Is the old bodybuilding staple of 1g of protein per 1 lb of bodyweight just a tall tale? Not so fast.
The RDA mainly pertains to people who don’t work out and aren’t looking to build muscle. Numerous studies have found that athletes and individuals who frequently exercise require higher doses of protein to build muscle.
For instance, a 2007 article published in the International Journal of Sports Nutrition and Exercise Metabolism (IJSNEM) concludes that somewhere around 0.8 grams of protein per pound of body weight was an ideal intake for resistance and endurance-trained athletes.
A 2018 study also published in the IJSNEM found that a daily protein intake of around 1.2g of protein per pound of body weight was the ideal range for athletes looking to improve their body composition.
how much protein to consume in your daily diet
The table below will give you an idea of around how much protein you’ll need per day to meet your training goals and level of activity.
These numbers are just a rule of thumb; protein needs may vary slightly from person to person. If your primary goal is to build muscle, it’s a good idea to start around 1g per pound of bodyweight and then adjust your protein intake as necessary.
To illustrate your personal protein needs, you can take a look at this chart:
best sources of protein
Protein comes in many different forms. Some of the most commonly consumed protein sources for muscle building are:
Different forms of proteins digest at different rates and have different bio-availabilities.
Not all protein sources have the same amount of essential amino acids. So which sources should you choose?
Whey protein is an excellent protein source because it digests quickly, is rich in essential amino acids, and has a high bioavailability (over 90% is used by the body). This makes it an ideal supplement for anyone interested in building muscle.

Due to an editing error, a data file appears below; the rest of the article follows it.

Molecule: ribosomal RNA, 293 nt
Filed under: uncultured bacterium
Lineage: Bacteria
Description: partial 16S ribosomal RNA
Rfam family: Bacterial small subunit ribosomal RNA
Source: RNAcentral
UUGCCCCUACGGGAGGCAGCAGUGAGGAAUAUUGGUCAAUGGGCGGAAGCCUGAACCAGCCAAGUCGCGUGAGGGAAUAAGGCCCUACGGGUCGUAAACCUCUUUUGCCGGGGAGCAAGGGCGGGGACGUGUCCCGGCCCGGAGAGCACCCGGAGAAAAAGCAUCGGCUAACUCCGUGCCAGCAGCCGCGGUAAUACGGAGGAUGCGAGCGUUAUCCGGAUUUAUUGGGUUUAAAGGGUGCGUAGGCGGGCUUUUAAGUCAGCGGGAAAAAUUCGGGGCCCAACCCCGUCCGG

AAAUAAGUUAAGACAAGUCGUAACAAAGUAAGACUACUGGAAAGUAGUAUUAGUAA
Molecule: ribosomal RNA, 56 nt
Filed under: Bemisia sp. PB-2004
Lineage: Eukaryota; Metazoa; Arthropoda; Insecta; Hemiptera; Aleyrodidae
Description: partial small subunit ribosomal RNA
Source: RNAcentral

Beef is also a good source of protein for muscle building. Like whey, it also digests quickly and is packed full of essential amino acids. It has a slightly lower net protein utilization (NPU) however, with only around 73% of its protein content being utilized by the body.
Eggs are an excellent source of protein. Eggs have a bioavailability of over 90%, meaning more than 90% of the protein in an egg is effectively utilized by the body. Unlike beef and whey, however, they have a much slower rate of digestion.
The amount of protein you need to build muscle is dependent on your body weight. Most people are able to sufficiently build muscle with a protein intake of around 1 gram of protein per pound of body weight. Athletes and those looking to shed fat may find greater benefits with a daily protein intake of closer to 1.5 grams per pound of bodyweight.
Too much protein can have a negative impact on building muscle. You don’t need to overdo your protein intake. In fact, if more than 35% of your calories are coming from protein, it could actually hinder your ability to build muscle.
Meal timing doesn’t appear to play a huge role in your ability to build muscle. Whether you’re intermittent fasting or consuming 6-8 small meals throughout the day, you should be able to build muscle as long as you are taking in a variety of quality protein.
Supplementing protein directly after a work appears to be advantageous for building muscle. Somewhere between 20 and 40 grams seems to be the ideal range of protein post-workout for maximal muscle increase.